Miami-Dade Commissioner Barbara Jordan this week withdrew her ordinance calling for the county's economic development agency to continue giving 8 percent of business tax surcharge revenues to the Metro Miami Action Plan Trust (MMAP), a county agency that targets black businesses. The move means MMAP, which focuses on economic development, education and criminal justice initiatives within Miami-Dade's black community, will receive an increase in funds from the county equivalent to the 8 percent surcharge, or about $300,000 a year.
But it also brings an end to the dedicated funding source for MMAP allocated in 1993, when county commissioners criticized the Beacon Council for doing little in black neighborhoods. At that time, commissioners ordered the agency to give 8 percent of the then-occupational license tax – now called the Local Business Tax – to MMAP, and to contract with the agency.
MMAP Interim Director John Dixon Jr. said the Trust is concerned about the stability of the funds.
"The Trust's concern would be that when it was a dedicated source of funding, the jeopardy of losing it or it decreasing was hopefully not there," Dixon said. “The Trust has some concern that down the road, based on what's happening in the state and around the country, that those funds could be cut."
The withdrawal by Jordan, a strong supporter of MMAP, surprised some of the 30 or so people who attended the county commission’s "sunshine meeting" on Monday in a packed conference room at the Stephen P. Clark Center in downtown Miami. Jordan requested the meeting earlier this month to try and stake out a compromise over her and Gimenez's competing ordinances.
Jordan on Tuesday said, "We reached a compromise so that the dollars that would have been provided through the surcharge will be provided by the county, to make sure that MMAP is able to continue to do the kind of economic development that they were doing.’’
The Beacon Council emerged from the meeting victorious after years of fighting the requirement to give MMAP a share of the tax, which is paid annually by all county businesses. MMAP had argued that it needed the dedicated funding to avoid being at the mercy of county budget cuts. Beacon successfully countered that MMAP has failed to account for the funds and that its mission was redundant.
Beacon Council President Frank Nero applauded the move Tuesday, which also clears the way for the Beacon Council to receive about $300,000 of MMAP money that has been held in escrow since the dispute arose late last year. Nero indicated in an email to supporters that MMAP could also be required to refund $1.2 million to the Beacon Council.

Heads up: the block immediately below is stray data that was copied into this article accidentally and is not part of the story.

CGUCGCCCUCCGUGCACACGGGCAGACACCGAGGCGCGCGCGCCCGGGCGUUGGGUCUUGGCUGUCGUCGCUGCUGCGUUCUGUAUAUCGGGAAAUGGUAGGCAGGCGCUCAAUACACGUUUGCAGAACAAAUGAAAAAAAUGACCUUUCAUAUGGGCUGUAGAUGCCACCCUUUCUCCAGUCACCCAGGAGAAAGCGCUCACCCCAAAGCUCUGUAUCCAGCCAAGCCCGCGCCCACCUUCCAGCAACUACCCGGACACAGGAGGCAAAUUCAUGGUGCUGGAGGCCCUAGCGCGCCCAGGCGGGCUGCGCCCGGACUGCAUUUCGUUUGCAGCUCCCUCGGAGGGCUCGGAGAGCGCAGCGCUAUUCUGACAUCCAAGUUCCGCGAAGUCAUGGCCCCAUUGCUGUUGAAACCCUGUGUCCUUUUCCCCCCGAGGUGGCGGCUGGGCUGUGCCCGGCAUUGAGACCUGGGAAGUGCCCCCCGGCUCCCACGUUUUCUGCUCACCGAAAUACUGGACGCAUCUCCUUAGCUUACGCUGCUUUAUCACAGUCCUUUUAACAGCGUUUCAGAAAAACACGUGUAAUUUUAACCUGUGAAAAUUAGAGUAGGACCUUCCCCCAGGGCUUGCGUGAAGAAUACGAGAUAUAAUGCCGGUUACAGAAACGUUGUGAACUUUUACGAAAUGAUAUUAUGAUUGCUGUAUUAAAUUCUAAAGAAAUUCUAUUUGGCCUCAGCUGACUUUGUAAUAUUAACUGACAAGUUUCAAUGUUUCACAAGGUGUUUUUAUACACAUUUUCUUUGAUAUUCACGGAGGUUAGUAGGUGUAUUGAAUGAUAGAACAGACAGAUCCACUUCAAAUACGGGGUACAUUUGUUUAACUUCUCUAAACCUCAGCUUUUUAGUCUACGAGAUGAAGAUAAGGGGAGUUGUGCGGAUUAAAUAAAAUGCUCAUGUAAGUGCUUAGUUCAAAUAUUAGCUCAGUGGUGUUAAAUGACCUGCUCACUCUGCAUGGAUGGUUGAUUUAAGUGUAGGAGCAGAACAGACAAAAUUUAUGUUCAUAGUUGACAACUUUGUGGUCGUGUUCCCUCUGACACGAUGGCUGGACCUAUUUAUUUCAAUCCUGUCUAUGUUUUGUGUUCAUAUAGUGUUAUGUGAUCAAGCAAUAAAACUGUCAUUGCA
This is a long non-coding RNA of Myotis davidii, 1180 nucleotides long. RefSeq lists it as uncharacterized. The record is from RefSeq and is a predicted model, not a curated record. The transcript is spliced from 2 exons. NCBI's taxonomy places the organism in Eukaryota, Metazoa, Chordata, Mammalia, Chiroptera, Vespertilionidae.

"It seems our 15 year ordeal regarding MMAP funding is over," Nero wrote in the Monday email. "We need to thank Commissioners Gimenez and [Rebeca] Sosa for their strong support on this issue, without them we would have not prevailed." Sosa's district includes parts of Miami, Hialeah, Coral Gables and Miami Springs. Gimenez represents parts of Coral Gables, Key Biscayne, Miami, Pinecrest and South Miami.
Jordan, whose district includes the cities of Miami Gardens and Opa-locka, said that economic development would include "physical improvements and grants to businesses, as well as employment activities which were not provided for in the statute."
According to state law, MMAP was only allowed to use surcharge funds for marketing and advertising. Jordan acknowledged that MMAP went beyond that mission.
The deal must still be approved by the full commission this fall, along with the overall county budget. But Jordan said she has secured the support of fellow commissioner Carlos Gimenez, whose competing ordinance stripping MMAP of the surcharge funding will now go forward. The deal also calls on the Beacon Council to use the restored funds in the black community, something MMAP and its supporters have argued the Council has failed to do.
In response to whether it will use the restored 8 percent surcharge funds to target black communities, Nero essentially said maybe. In an emailed statement, he said, "We are a county-wide marketing organization, similar to the [Greater Miami Visitors and Convention Bureau], not a community development agency because our primary mission is not technical assistance to small business."
He added, "These Local Business Tax Receipt surcharge funds will be used primarily on marketing all the business assets of Miami-Dade County and we will attempt to utilize these funds to possibly increase our efforts for enterprise zones, urban areas and especially the Opa-locka Airport."
"It's clear that they haven't done enough," said Gary Johnson, who heads a non-profit faith-based organization, and who attended Monday's meeting. "They're getting tax dollars from small, black-owned businesses, but the question is, what are they doing regarding economic development in the black community. That's something we need to sit down with the Beacon Council to discuss."
In a July 1 draft memo to the county, Beacon asserted that state statutes require the surcharge to be distributed "to a single agency" which will "oversee and implement a comprehensive economic development strategy through advertising, promotional activities and other sales and marketing techniques."
According to the memo, MMAP acted as a "parallel agency duplicating the Beacon council's legally designated role and mission." The Council also charges that MMAP has failed to provide a detailed accounting of how they spent past funds.
MMAP already receives general funding from the county for its programs, including credit repair workshops, home ownership and juvenile justice assistance. Its website says the agency's mission is "addressing the socio-economic disparity of Miami-Dade County's black community."
Photo: MMAP Interim Director John Dixon Jr